iTunes Music is basically like Spotify by Apple. They offer a free three-month trial subscription so you can try it out without paying, but make sure to change the auto-renewal option so you don’t get charged if you forget. (To do so, go to Subscriptions and select Manage, then Renewal Options.)
If you do get charged and want a refund, you can try contacting Apple. They have sometimes given refunds, but it’s not guaranteed.
What Do You Get with a Paid iTunes Music Account?
With a paid account, you can listen to anything in the Apple Music Library at any time (including offline if you download it), as well as Beats 1 radio station where they have quite a few exclusive big names — Drake just premiered his new album “Views From the 6” on Beats 1.
You also get “expert music suggestions” as Apple says, but don’t expect Trent Reznor and Jimmy Iovine to take you out to dinner.
Get it (or the free trial) from the Apple site or Play Store (if you have an Android). After the first three months, it’s $9.99 per person or $14.99 for a family plan. You can also get it on Apple Watch, TV, or CarPlay.
-No ads/commercials. You won’t be interrupted every few song with a pesky voice hawking Budweiser.
-Higher quality sound. (Though the quality of the free version is not noticeably bad.)
-You can download music and listen to it offline. Say you’re going to be traveling, you could literally set it to save thousands of songs to your device so that you could listen to them even when there’s no internet or cell service.
-Play any track you want at any time (versus shuffle-only for free accounts).
-Regular commercials (every few songs). Pretty on par with how often a radio station would play ads.
-Lower quality sound (though again, not terrible by any means).
So is it worth it? We think so. If you listen to a lot of music, you’re probably not going to like being stuck with shuffle-only when trying to listen to your favorite album, or only being able to listen with an internet connection.
Scrobbling refers to tracking the music you listen to via last.fm. “Scrobbles” are what last.fm calls plays of each song.
Once you download the Last.fm app, it tracks your iTunes (or Spotify, Tidal, etc) plays so that every time you listen to a song, it counts as a “scrobble.”
For example, if you listened to “Quit Playing Games With My Heart” by the Backstreet Boys (or David Byrne or whoever you claim you’d be listening to) ten times, that would mean you had “10 scrobbles” of that song. So the definition of a scrobble is simply playing a track.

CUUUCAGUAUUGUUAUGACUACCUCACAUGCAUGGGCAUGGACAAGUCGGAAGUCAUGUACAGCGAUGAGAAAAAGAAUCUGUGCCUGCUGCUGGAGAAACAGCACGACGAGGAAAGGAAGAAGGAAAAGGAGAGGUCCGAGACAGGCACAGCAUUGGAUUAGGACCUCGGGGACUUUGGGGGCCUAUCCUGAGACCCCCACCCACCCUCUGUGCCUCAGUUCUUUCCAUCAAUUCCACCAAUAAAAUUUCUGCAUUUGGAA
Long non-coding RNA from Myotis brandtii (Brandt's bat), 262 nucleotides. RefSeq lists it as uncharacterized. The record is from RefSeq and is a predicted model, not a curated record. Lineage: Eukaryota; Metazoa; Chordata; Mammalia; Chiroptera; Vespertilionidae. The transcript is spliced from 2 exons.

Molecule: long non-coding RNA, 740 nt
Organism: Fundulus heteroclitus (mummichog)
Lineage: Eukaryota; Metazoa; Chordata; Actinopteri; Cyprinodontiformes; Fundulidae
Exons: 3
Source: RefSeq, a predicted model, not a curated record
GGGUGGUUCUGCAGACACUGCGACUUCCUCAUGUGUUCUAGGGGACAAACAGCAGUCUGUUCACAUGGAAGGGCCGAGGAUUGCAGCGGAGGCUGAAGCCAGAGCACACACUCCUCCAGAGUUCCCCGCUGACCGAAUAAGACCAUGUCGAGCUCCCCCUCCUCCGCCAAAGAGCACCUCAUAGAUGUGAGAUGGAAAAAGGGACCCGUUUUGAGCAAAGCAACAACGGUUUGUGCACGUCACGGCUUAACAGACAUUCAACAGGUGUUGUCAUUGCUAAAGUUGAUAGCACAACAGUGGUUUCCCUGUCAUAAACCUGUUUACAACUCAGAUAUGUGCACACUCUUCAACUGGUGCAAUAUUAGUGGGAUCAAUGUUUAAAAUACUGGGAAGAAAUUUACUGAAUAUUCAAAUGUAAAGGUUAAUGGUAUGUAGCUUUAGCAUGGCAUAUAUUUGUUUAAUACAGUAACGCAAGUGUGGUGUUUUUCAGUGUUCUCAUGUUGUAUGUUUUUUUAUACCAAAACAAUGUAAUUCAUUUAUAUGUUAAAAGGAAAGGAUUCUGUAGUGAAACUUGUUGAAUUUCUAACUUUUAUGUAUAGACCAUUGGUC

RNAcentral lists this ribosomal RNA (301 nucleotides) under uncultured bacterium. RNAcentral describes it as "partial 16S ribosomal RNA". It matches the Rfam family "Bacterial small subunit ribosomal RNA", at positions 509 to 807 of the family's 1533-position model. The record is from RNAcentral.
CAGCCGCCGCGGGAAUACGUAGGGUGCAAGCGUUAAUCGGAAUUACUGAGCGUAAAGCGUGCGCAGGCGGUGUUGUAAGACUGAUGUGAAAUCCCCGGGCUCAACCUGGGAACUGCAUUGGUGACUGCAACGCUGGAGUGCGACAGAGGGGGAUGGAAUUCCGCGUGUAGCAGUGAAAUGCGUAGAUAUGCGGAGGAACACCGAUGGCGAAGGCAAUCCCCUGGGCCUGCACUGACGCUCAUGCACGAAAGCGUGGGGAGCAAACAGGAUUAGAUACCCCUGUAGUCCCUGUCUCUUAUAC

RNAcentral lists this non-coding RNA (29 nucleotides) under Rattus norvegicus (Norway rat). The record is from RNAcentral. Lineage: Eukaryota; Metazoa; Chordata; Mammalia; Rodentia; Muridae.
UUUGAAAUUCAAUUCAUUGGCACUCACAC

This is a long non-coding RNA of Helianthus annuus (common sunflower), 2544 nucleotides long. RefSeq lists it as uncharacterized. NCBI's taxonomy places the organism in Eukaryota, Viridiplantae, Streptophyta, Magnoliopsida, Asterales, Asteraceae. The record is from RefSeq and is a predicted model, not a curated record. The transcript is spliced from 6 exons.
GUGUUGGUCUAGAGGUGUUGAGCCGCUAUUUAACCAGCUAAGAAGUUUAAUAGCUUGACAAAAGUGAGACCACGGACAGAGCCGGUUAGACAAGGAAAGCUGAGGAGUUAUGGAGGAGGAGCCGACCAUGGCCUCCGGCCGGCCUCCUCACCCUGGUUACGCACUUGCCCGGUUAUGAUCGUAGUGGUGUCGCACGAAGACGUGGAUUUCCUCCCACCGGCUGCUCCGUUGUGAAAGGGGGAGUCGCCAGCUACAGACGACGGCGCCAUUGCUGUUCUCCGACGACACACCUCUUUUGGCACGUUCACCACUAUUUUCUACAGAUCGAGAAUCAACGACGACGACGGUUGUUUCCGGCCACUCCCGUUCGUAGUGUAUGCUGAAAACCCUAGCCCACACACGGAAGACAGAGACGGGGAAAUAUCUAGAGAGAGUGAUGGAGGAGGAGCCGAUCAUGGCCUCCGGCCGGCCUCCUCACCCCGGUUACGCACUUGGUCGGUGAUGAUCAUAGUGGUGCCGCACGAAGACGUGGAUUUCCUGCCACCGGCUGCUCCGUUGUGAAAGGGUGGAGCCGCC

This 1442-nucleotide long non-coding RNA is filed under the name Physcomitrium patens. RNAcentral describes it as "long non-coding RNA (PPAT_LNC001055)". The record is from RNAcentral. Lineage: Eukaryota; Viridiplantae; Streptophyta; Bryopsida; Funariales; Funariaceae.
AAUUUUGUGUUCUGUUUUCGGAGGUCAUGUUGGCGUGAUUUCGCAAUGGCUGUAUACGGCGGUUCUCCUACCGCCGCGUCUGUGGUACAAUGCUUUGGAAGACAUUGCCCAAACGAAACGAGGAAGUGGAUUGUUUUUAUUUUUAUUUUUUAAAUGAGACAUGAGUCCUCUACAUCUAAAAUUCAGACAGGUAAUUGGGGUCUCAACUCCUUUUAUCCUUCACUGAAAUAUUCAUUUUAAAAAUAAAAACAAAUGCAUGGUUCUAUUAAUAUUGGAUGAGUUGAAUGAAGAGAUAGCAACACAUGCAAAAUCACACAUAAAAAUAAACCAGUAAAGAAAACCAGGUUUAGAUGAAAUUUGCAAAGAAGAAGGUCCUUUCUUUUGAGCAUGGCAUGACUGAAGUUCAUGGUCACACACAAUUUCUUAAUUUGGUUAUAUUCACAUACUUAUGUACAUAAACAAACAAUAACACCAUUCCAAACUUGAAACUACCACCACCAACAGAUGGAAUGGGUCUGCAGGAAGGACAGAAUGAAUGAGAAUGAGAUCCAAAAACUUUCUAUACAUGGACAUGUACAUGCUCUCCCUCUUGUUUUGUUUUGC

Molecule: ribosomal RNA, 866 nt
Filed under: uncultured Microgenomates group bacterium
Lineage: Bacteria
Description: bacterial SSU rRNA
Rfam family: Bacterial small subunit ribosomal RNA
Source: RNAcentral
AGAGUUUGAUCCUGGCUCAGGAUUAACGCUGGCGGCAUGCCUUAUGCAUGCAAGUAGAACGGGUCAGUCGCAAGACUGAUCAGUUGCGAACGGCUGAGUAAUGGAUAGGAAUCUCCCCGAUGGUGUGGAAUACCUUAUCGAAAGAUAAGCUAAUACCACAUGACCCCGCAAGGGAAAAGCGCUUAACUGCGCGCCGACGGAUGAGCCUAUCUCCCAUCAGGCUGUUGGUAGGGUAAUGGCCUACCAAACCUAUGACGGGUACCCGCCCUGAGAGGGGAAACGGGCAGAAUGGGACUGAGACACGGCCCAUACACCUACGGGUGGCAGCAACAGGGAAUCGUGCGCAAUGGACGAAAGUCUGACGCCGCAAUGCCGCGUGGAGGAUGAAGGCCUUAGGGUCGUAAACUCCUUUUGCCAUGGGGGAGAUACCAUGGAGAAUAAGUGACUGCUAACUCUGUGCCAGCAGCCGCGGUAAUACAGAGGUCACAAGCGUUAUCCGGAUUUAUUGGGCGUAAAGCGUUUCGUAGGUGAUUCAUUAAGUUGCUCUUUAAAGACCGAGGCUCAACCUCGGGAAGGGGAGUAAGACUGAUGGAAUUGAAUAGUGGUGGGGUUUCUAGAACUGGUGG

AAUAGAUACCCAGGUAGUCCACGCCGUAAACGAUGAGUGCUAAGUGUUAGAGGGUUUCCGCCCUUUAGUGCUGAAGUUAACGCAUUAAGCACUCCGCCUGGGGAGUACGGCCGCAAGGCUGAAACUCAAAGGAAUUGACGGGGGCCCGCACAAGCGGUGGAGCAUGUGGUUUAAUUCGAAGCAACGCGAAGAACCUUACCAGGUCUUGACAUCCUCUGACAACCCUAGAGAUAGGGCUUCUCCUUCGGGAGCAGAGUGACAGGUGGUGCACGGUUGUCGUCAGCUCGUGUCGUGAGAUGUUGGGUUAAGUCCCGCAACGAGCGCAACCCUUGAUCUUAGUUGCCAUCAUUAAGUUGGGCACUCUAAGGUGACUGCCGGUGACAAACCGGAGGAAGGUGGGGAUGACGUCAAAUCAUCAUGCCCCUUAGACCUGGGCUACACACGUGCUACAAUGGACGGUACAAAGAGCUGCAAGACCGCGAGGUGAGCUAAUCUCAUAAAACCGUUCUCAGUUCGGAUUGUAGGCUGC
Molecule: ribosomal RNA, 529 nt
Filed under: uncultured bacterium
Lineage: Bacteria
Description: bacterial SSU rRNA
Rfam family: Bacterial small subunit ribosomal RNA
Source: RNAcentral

If you listened to a “Boyfriend” by Tegan and Sara 5 times, but you’d listened to So Jealous, Sainthood, yadda yadda tracks 200 times, you would have “205 Tegan and Sara scrobbles.”
Where Can I See What I’m Scrobbling?
Scrobbles (or plays) are tracked on your Last.fm profile so you can see how often you listen to Metallica, but you’re also outed for listening to the less cool parts of your music collection. So prepare to face some judgment over Coldplay scrobbles (we would know).
If you don’t have a last.fm account yet, you can sign up here. Happy scrobbling.
First of all, what a well-designed show. Starting promptly at 7:30, openers The Japanese House and Wolf Alice, who evoked a similar feeling but carved their own names in stone, captivating even the saltiest show veteran. Dazzling lights from all angles – yet, for the most part, using delicious, design-based ways of displaying light instead of the usual blaring strobe-lights that are all fluff and no real guts. Each of the opening bands sticking to exactly 30 minutes. The 1975 playing for an hour and a half. Outfits on point, beautiful venue, ending by 10:45 (why do so many bands — or show-goers, do any actually prefer this? — want to play until 1:30am?) … they got the details down.
The performances by all bands surpassed expectations. They had their shit together. It was the perfect combo between “concert” and “show.”
The 1975 projected the 80’s better than the actual 80’s. Singer Matty Healy strutted around the stage like a goth peacock, and it was fantastic. Both Adam Hann and Ross MacDonald played keyboard while also holding down guitar and bass respectively. They truly go above and beyond even the typical great guitarist or bassist with the sounds they contribute to the band; lush elements of audio color. George Daniel sat like a king banging out beats on his drum throne. Though they played many slower songs, it was worth it since they played for so long and still pulled out classics like “Heart Out.”
Powerhouse Pop Performance
It really is phenomenal how many catchy songs this band has written with their first two albums alone, and they delivered the feelings live. A big progression from even just a few years ago when they played the Fillmore in San Francisco. Despite not always knowing how to handle drugs or romance, The 1975 take their band seriously and it shows.
If you didn’t know about the Dolls’ place in history, style, and connection to punk, their self-titled debut could easily come across as classic rock ‘n roll. Which it is. All of the best punk bands have always been rooted in melody, however muddied and rolled through glass, and the New York Dolls were a perfect precursor to that – painting a rebellious sheen over a jagged box of rhythm.
It’s easy to listen to one of the less memorable songs on this album and think “Yeah, that’s pretty good” (as opposed to great). But when you think about the fact that this album came out years before The Clash, The Sex Pistols, The Ramones… so many of the key players in what would become “1977 punk” were at Dolls’ shows, and influenced to start said bands because of them. In that light, this album becomes even more impressive. Similar to an album like Raw Powerfor it’s place in history, it gets even better when you appreciate how groundbreaking it was.